Today was inspection day, and I passed with flying colors. Because it is such a long trek to get to my house from Astoria, the county seat, I try to group the inspections together. On the list today were: drain-waste-vent (DWV) final, plumbing and electrical rough-in, and the footings for the porch posts prior to pouring concrete. In essence I was asking to be able to cover up the interior walls and proceed to finishing. In fact, I had already covered half of all the interior walls (the backs were visible) and, of course, because of the construction, the exterior walls arrive from the factory already sealed.
Code requires that there be the equivalent of a 4" vent pipe of venting total for the house. In most houses with two or three bathrooms, and perhaps other venting needs, this is accomplished by a collection of vents. But in my house, with only one bath and everything deliberately grouped close together, as in homes of yore, I have a full 4" stack running out of the house. The options for testing its soundness is to pressurize it with air or to simply fill it full of water. To keep the water from running out into the septic tank there is an inflatable plug that can be inserted into the system (not unlike balloon angioplasty) and expanded with air to hold back the water.
I bought one of these and stuffed it into the cleanout in the basement, pushing it up the pipe and inflating it with a bicycle pump. We filled the stack, about 20 feet high, and all the branch arms with water. As the water came gurgling in the pressure built on the fittings. As it filled to the level of the cleanouts, a few drips from the threaded fittings began to drip. Not crucial, but I decided that they should be refitted with some plumber's goo to ensure there were no issues. This meant draining the system. I took the bladder inflation tube and pressed the little pin of the schrader valve (like on a bicycle tire) and let the air escape. Pssssst WHOOOSH, water burst out of the opening in fire hydrant volumes, jetting up to the ceiling and soaking everything in its path. Jordan, acting swiftly, placed his two hands over the outlet only to direct the flow down onto his pants and boots. In a flash the whole episode was over and we laughed as water dripped down into the pool on the floor, making the dark, back half of the basement even more cave-like. Upon inspection it was clear that the plug had been driven down into the lower pipe, past the cleanout and thus effectively blocked the flowing water and directing it all into the pipe.
The Color of Electricity
There are two bundles of 11 wires each (5 pairs and 1 ground) that run in conduit up from the basement to the attic space. There the emerge from a junction box as Romex and spill down into the walls from above. I used up a full 500 foot roll of white (neutral) and black (hot) wiring just doing the basement, but when I went to Home Depot to buy more they were out of white. Instead I bought a very pale yellow wire. So pale in fact that it could be mistaken for old white wire. In anycase, I was sure that it could be "recolored" by applying a piece of white tape at each end.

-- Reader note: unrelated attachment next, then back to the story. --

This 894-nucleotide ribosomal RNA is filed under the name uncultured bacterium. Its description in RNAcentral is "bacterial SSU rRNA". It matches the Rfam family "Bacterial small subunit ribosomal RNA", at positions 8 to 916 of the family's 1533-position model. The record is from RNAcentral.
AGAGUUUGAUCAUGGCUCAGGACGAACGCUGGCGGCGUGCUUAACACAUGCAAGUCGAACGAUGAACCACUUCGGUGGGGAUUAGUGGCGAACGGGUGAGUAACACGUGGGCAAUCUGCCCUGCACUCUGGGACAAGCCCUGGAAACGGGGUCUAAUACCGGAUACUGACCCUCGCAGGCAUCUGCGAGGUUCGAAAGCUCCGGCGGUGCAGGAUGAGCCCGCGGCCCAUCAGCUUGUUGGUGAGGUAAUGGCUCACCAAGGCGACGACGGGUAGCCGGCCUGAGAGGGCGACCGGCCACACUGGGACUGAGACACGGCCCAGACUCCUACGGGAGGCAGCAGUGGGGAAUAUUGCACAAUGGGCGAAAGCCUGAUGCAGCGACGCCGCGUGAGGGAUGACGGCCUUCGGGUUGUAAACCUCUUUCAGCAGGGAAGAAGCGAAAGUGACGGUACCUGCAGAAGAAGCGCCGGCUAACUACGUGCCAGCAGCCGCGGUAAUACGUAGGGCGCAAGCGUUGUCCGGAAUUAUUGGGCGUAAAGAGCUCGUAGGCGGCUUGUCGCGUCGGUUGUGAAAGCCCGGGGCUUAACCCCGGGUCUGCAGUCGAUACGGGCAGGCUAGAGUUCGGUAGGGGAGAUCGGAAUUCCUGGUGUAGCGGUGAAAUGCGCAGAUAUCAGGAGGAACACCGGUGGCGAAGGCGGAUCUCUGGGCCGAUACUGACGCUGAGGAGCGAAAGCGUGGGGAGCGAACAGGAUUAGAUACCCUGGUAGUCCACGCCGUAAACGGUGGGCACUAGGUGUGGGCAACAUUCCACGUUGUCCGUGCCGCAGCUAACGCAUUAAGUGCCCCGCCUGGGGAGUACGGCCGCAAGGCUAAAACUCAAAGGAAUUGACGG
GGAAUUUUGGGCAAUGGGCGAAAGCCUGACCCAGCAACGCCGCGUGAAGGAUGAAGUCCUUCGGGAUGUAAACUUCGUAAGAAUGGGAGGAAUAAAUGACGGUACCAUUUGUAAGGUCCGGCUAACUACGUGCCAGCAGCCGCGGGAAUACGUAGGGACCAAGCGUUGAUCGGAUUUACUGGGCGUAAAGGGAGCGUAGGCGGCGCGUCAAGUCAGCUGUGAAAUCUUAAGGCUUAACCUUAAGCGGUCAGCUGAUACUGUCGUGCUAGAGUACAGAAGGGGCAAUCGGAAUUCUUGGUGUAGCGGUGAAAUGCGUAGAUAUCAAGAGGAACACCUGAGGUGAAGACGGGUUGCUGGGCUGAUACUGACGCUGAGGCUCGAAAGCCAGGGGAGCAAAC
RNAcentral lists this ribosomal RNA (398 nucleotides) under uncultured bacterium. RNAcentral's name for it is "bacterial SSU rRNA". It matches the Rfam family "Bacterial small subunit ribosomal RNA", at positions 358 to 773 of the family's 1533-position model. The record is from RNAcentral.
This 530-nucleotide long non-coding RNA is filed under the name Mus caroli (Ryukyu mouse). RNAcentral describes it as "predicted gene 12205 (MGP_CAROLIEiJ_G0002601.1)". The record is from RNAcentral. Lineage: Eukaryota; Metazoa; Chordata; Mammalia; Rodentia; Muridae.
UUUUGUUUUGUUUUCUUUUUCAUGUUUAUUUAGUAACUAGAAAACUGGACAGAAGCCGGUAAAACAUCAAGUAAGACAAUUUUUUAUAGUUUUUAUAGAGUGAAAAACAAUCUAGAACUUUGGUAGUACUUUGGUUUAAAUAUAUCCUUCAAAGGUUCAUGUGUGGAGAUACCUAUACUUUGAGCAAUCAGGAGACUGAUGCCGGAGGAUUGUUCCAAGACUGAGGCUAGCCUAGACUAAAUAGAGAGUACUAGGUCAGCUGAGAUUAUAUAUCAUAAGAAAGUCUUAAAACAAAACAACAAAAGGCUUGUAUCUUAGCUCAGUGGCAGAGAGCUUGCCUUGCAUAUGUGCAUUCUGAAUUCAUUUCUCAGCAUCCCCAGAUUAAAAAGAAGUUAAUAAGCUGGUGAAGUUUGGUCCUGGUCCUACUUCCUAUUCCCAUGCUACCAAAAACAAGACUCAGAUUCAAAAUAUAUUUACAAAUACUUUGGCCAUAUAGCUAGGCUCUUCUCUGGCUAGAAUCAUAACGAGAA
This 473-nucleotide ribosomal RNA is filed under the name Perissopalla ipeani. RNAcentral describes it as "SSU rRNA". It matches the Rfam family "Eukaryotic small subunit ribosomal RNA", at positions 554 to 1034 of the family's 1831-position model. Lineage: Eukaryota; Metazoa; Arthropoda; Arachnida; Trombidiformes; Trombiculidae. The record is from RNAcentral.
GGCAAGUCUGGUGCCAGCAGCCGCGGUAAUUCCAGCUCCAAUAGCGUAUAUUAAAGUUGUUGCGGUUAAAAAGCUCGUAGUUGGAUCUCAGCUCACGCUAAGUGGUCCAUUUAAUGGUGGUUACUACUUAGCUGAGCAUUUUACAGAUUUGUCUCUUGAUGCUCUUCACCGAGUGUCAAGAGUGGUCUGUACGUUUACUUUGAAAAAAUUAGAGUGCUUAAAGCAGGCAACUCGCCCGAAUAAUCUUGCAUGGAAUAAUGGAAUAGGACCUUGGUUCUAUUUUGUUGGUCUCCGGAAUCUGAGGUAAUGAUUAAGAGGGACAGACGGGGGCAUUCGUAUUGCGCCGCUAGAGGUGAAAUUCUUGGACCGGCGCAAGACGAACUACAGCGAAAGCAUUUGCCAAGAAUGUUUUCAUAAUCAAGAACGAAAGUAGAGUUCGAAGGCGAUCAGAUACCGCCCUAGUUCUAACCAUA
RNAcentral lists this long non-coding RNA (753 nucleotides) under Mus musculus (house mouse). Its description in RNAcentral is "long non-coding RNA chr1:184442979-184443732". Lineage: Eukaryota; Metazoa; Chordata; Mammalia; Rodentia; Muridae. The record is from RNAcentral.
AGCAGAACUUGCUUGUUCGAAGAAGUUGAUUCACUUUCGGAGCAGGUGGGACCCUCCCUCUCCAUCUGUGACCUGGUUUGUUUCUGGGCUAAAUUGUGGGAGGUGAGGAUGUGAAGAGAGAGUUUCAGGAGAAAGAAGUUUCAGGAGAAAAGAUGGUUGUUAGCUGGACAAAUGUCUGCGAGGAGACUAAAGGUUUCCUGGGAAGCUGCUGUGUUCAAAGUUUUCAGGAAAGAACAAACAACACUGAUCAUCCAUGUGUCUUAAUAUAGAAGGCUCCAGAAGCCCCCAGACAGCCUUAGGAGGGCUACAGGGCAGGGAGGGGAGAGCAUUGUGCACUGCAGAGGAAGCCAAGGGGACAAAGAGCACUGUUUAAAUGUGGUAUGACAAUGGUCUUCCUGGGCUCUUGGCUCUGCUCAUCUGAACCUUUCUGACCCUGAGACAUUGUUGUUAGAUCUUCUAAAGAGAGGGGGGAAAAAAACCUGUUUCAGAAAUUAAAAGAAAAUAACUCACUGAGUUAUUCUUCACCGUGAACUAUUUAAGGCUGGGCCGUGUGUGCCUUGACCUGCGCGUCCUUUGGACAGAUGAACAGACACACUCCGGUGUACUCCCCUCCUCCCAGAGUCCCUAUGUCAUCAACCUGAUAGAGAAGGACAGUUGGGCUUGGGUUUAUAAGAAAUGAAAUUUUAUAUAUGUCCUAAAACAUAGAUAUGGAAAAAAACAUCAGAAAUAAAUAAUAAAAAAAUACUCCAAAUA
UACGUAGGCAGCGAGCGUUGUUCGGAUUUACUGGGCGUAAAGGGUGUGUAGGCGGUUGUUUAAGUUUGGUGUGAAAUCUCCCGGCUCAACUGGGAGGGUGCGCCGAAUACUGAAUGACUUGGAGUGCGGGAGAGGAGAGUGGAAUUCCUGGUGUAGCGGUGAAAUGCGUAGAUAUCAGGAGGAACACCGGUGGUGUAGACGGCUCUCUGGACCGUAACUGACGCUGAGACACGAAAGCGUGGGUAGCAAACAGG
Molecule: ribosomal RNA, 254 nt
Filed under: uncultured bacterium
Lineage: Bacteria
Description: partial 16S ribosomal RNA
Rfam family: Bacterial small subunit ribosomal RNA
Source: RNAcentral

Matt, my inspector, took one look at them and declared them "conductor non grata." It seems that only huge wire, larger than number 6, can be relabled. For size six and smaller the neutral must be white. What's really odd is that the off-white, pale yellow wire, which I think could easily be mistaken for neutral can be used for hot! The mysteries of the building code.
I've been living out of 5-gallon water containers again. The pump I had been using at the trailer to give me running water at the kitchen sink was called into service to pressurize the new house for testing. I simply put one end of the pump into a bucket of water and the other temporarily connected to the PEX lines. I had one leak and one hot-cold mixup, but otherwise everything worked splendidly. It was great to see water running into the tub. Ah, I can almost feel the warm water of a future bath.
Matt quickly approved the footings, which are built more like those needed for a highway overpass, and was about to leave when I offered him the spectacle of draining the DWV. He had remarked at the weight that my oversized lines were carrying, and wasn't going to miss this. This time I had drilled holes in a 4" cleanout plug to minimize any backwash. Again, and for the last time, I grabbed the pressure hose. This time i was determined to let only the tiniest puffs of air out until water could only seep around the side, and so let it gently drip out over time. Psst. Nothing. Psst. Nothing. Psst. Nothing. Psst - WHOOOSH. The cap didn't block the outflow of water, but instead concentrated it into a energetic jet of water that streamed out through the center opening. Everthing was soaking again, but at least for the last time. And more importantly I had a good laugh with Matt. And in the end humoring one's inspector is more valuable than a wet basement floor.